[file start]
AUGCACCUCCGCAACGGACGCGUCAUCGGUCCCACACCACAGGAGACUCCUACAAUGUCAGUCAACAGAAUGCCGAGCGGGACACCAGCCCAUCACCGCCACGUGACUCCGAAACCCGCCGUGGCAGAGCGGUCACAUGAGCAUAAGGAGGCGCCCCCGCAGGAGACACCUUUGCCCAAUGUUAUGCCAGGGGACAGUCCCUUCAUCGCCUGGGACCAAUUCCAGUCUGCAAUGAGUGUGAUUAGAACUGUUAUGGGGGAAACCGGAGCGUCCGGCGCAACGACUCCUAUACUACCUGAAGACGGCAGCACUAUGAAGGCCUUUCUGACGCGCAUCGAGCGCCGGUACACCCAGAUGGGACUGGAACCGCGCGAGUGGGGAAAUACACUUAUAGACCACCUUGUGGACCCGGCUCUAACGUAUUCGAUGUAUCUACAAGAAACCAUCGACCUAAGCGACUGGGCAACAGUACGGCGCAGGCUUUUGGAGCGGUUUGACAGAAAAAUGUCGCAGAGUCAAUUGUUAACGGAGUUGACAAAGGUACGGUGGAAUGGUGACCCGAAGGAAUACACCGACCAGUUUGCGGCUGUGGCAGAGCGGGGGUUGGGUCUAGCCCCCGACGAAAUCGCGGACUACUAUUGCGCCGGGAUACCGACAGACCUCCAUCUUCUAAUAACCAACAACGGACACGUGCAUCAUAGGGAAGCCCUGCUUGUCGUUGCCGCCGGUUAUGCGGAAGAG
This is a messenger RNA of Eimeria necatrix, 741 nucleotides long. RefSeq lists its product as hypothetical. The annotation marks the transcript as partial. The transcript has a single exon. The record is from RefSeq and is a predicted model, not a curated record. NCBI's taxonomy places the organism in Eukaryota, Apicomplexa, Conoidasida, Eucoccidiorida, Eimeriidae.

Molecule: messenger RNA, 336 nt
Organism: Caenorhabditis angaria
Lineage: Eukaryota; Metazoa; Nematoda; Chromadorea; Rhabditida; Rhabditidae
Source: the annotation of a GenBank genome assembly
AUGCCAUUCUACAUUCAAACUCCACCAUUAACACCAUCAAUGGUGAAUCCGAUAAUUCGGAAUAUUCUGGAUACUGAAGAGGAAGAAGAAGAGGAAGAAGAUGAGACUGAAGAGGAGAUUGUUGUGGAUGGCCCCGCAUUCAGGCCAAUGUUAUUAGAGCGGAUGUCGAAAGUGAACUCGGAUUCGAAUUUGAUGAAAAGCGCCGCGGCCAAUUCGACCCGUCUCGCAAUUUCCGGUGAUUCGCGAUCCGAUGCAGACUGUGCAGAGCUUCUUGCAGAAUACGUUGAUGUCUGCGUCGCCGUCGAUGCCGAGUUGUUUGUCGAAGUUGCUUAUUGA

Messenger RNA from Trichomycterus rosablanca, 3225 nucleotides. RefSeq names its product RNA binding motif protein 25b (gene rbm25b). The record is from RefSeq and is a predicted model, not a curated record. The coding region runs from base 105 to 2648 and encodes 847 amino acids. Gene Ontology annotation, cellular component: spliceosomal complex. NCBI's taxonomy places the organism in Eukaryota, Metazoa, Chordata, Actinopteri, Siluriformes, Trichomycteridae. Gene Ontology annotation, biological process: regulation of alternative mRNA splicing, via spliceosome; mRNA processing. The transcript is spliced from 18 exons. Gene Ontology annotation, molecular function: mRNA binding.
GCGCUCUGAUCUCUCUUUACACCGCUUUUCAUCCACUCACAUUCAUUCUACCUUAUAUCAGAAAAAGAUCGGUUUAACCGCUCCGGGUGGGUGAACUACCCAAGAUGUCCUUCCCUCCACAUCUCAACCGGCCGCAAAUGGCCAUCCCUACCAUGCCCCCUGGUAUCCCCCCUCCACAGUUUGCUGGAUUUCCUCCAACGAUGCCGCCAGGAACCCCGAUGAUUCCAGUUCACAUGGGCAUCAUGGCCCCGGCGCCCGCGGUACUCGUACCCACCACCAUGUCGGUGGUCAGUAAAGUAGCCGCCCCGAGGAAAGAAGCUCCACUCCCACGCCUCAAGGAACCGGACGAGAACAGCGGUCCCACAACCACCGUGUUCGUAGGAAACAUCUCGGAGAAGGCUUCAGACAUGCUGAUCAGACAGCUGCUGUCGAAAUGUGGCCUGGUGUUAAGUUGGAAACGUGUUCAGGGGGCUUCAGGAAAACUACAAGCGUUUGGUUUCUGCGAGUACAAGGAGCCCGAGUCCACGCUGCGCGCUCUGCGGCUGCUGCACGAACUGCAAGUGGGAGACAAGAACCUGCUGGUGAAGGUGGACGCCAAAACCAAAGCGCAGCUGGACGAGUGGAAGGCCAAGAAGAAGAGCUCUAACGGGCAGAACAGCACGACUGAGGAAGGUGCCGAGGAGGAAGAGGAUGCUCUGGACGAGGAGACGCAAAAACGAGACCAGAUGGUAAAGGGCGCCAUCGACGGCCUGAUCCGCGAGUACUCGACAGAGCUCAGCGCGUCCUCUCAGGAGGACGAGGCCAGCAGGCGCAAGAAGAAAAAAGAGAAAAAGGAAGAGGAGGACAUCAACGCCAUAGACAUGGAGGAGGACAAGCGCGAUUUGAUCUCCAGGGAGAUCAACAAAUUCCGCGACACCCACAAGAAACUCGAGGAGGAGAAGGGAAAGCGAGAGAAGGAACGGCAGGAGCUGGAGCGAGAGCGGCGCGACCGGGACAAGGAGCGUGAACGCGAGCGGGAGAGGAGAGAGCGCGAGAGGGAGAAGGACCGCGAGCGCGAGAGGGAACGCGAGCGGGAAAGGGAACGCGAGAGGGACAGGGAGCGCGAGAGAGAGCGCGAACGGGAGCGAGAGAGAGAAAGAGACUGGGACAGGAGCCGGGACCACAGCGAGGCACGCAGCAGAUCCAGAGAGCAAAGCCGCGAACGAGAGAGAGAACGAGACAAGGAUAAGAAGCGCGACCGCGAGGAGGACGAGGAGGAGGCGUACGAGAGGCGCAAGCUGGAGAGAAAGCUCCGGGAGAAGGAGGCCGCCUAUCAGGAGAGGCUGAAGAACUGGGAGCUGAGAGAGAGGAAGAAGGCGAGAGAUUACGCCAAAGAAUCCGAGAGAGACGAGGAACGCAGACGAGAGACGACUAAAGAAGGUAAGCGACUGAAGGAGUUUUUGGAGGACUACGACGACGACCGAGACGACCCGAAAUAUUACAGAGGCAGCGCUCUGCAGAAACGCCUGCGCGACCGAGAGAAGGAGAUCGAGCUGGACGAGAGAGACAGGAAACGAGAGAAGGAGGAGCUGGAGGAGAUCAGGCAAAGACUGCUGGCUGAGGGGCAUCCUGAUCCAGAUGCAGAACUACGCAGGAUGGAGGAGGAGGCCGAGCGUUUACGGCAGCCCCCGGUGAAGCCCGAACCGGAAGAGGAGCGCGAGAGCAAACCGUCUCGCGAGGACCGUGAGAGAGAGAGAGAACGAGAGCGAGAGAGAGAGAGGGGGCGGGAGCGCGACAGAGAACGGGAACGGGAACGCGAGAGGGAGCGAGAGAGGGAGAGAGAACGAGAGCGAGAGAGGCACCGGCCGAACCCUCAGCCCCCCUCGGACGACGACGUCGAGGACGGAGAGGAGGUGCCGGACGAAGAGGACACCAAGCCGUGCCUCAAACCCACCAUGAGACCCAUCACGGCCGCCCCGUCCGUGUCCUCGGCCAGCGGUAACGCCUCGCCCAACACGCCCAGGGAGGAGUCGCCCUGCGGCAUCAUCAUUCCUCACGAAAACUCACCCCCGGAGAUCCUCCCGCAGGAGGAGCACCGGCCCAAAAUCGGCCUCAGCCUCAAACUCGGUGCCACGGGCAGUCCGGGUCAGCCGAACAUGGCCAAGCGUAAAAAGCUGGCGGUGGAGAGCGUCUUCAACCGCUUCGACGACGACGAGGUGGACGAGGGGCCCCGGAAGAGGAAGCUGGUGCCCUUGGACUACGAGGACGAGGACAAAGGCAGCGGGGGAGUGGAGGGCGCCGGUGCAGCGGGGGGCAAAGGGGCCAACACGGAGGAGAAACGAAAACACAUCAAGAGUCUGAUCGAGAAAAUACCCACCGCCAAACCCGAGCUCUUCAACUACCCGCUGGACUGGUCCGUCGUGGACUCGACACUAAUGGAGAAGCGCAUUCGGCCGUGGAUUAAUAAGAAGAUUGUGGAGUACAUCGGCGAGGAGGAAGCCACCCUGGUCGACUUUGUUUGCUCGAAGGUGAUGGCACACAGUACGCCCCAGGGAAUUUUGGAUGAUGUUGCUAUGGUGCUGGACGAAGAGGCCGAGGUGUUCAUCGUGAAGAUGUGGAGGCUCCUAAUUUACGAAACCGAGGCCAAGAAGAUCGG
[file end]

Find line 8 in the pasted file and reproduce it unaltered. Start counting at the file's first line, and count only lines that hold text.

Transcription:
Messenger RNA from Trichomycterus rosablanca, 3225 nucleotides. RefSeq names its product RNA binding motif protein 25b (gene rbm25b). The record is from RefSeq and is a predicted model, not a curated record. The coding region runs from base 105 to 2648 and encodes 847 amino acids. Gene Ontology annotation, cellular component: spliceosomal complex. NCBI's taxonomy places the organism in Eukaryota, Metazoa, Chordata, Actinopteri, Siluriformes, Trichomycteridae. Gene Ontology annotation, biological process: regulation of alternative mRNA splicing, via spliceosome; mRNA processing. The transcript is spliced from 18 exons. Gene Ontology annotation, molecular function: mRNA binding.